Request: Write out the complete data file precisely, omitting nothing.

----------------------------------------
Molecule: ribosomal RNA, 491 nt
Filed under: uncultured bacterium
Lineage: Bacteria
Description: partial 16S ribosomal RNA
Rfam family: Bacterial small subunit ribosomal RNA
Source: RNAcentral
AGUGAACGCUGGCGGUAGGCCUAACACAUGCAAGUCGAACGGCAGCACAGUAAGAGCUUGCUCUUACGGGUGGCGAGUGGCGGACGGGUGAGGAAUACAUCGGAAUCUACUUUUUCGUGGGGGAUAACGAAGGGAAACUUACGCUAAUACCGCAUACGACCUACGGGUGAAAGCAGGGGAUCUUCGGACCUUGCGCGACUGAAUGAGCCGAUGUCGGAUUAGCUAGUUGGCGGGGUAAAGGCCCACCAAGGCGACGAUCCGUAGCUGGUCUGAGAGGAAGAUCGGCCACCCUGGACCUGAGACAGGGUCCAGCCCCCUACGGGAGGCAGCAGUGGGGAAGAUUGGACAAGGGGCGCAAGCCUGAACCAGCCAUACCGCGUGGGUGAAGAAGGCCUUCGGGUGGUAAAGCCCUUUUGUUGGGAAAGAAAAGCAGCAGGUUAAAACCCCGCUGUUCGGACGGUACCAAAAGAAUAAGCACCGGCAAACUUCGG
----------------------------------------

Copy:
Molecule: ribosomal RNA, 491 nt
Filed under: uncultured bacterium
Lineage: Bacteria
Description: partial 16S ribosomal RNA
Rfam family: Bacterial small subunit ribosomal RNA
Source: RNAcentral
AGUGAACGCUGGCGGUAGGCCUAACACAUGCAAGUCGAACGGCAGCACAGUAAGAGCUUGCUCUUACGGGUGGCGAGUGGCGGACGGGUGAGGAAUACAUCGGAAUCUACUUUUUCGUGGGGGAUAACGAAGGGAAACUUACGCUAAUACCGCAUACGACCUACGGGUGAAAGCAGGGGAUCUUCGGACCUUGCGCGACUGAAUGAGCCGAUGUCGGAUUAGCUAGUUGGCGGGGUAAAGGCCCACCAAGGCGACGAUCCGUAGCUGGUCUGAGAGGAAGAUCGGCCACCCUGGACCUGAGACAGGGUCCAGCCCCCUACGGGAGGCAGCAGUGGGGAAGAUUGGACAAGGGGCGCAAGCCUGAACCAGCCAUACCGCGUGGGUGAAGAAGGCCUUCGGGUGGUAAAGCCCUUUUGUUGGGAAAGAAAAGCAGCAGGUUAAAACCCCGCUGUUCGGACGGUACCAAAAGAAUAAGCACCGGCAAACUUCGG